The show jumping course requires very exact riding; it consists of between twelve and fifteen show jumping obstacles, which normally include at least one combination, two spread fences, and in some cases a ditch or water jump. (A water jump on a show jumping course is a real test for a horse. On the cross-country course a horse is required to jump into water--on the show jumping course he is required to jump the entire obstacle without putting a foot into the water.) As is often the case with horses, they amaze us with their intelligence and ability and rise to the challenge admirably.
The show jumping courses are designed to test the horse's and the rider's ability to negotiate a variety of fences of differing heights, widths, and technicality. This requires the horse to be balanced and supple for tight turns and short distances between fences. He must be able to lengthen or shorten his stride in an instant. Therefore, the rider must know exactly where he is on the approach to a fence, and have an obedient horse that will respond to his commands. For the spectator, this sport is both exciting and breathtaking to watch, as just one single rail knocked down can change the standings dramatically.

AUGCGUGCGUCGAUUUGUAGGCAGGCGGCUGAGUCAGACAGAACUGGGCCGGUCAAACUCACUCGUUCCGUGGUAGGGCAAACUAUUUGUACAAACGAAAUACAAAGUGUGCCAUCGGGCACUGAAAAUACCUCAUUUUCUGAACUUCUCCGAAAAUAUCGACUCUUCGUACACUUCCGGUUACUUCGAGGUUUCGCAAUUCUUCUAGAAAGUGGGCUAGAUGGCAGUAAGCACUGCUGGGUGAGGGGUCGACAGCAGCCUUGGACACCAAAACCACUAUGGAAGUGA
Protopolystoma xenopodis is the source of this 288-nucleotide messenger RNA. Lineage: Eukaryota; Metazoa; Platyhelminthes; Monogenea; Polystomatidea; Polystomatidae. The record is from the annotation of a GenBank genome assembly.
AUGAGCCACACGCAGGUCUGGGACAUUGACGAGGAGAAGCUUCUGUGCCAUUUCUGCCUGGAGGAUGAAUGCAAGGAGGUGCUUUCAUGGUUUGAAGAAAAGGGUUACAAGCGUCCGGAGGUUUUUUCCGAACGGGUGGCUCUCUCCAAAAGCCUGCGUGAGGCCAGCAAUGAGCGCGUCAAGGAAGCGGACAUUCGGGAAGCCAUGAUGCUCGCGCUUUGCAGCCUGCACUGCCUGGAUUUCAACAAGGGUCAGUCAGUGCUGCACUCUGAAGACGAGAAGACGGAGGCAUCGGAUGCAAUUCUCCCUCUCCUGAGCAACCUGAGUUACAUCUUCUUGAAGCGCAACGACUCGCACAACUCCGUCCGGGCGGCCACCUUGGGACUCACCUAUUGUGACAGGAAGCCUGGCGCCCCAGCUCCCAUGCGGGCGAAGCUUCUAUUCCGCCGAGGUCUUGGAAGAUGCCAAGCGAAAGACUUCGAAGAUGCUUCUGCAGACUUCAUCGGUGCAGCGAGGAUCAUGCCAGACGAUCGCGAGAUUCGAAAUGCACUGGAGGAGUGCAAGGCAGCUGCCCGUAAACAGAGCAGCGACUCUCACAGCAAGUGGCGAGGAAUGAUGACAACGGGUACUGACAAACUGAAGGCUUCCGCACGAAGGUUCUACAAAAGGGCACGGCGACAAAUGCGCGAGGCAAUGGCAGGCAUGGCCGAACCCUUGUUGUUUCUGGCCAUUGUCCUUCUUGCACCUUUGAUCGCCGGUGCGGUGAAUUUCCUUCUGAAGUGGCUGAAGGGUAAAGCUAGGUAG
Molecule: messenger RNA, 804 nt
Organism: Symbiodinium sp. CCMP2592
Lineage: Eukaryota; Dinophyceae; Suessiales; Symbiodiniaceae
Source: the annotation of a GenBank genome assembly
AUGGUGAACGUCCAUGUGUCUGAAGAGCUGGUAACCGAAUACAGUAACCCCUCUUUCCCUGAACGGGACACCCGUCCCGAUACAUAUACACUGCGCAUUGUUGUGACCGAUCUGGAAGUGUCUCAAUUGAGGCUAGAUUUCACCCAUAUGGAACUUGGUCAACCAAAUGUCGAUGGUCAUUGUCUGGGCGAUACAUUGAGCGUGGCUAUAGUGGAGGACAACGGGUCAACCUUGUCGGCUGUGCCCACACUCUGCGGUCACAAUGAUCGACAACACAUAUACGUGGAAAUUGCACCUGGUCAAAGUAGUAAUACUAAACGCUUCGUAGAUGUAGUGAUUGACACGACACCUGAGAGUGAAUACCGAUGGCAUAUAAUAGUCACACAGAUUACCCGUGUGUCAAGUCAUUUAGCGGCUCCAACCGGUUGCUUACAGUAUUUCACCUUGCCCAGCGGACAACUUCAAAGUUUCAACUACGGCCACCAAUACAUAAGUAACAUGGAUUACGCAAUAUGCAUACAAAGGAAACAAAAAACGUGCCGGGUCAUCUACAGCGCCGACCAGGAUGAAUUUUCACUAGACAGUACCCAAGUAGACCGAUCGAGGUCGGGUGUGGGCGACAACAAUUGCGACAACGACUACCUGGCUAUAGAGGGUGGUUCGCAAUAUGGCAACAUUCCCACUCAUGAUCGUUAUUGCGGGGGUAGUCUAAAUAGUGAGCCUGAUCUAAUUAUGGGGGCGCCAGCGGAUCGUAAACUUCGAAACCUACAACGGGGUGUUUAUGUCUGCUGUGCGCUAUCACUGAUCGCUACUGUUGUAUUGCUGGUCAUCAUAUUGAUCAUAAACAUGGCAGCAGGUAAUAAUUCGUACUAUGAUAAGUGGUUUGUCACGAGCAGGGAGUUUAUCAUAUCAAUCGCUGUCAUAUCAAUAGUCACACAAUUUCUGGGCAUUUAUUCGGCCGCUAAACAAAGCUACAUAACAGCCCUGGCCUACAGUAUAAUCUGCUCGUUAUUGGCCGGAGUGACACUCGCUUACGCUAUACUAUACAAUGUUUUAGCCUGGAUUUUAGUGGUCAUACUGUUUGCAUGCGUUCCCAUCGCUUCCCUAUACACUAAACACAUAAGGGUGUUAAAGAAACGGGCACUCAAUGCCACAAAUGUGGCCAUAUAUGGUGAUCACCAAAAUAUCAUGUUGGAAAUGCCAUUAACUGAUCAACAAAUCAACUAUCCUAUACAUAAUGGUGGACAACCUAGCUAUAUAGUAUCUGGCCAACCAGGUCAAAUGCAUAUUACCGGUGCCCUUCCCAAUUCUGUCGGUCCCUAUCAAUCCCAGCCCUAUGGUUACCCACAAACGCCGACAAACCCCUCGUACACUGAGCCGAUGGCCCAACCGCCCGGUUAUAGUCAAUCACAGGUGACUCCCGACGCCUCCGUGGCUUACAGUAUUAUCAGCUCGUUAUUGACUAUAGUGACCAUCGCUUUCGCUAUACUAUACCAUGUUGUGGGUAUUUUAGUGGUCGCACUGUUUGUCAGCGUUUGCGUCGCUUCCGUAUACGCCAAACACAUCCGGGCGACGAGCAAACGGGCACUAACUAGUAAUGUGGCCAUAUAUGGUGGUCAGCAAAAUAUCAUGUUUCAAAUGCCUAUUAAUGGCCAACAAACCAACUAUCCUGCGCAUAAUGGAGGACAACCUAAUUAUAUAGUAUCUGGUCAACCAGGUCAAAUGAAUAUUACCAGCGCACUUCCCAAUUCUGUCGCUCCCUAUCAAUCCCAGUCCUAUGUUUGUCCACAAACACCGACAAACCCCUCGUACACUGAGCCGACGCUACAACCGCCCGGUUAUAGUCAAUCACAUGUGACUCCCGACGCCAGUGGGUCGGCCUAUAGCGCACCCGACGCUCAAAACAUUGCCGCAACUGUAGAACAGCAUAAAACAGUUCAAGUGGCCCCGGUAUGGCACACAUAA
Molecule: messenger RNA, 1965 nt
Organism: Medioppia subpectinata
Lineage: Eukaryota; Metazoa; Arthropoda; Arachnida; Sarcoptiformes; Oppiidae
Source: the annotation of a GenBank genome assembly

At the end of the competition, scores for all the competitors are totaled. Each test is scored individually and the penalties accrued are added together for the final results. The lowest score is the winning score. In the case of a team competition, the individual scores of each of the four team members are added together. If all four team members have completed the competition the best three scores count and the team with the lowest team total is pronounced the winner.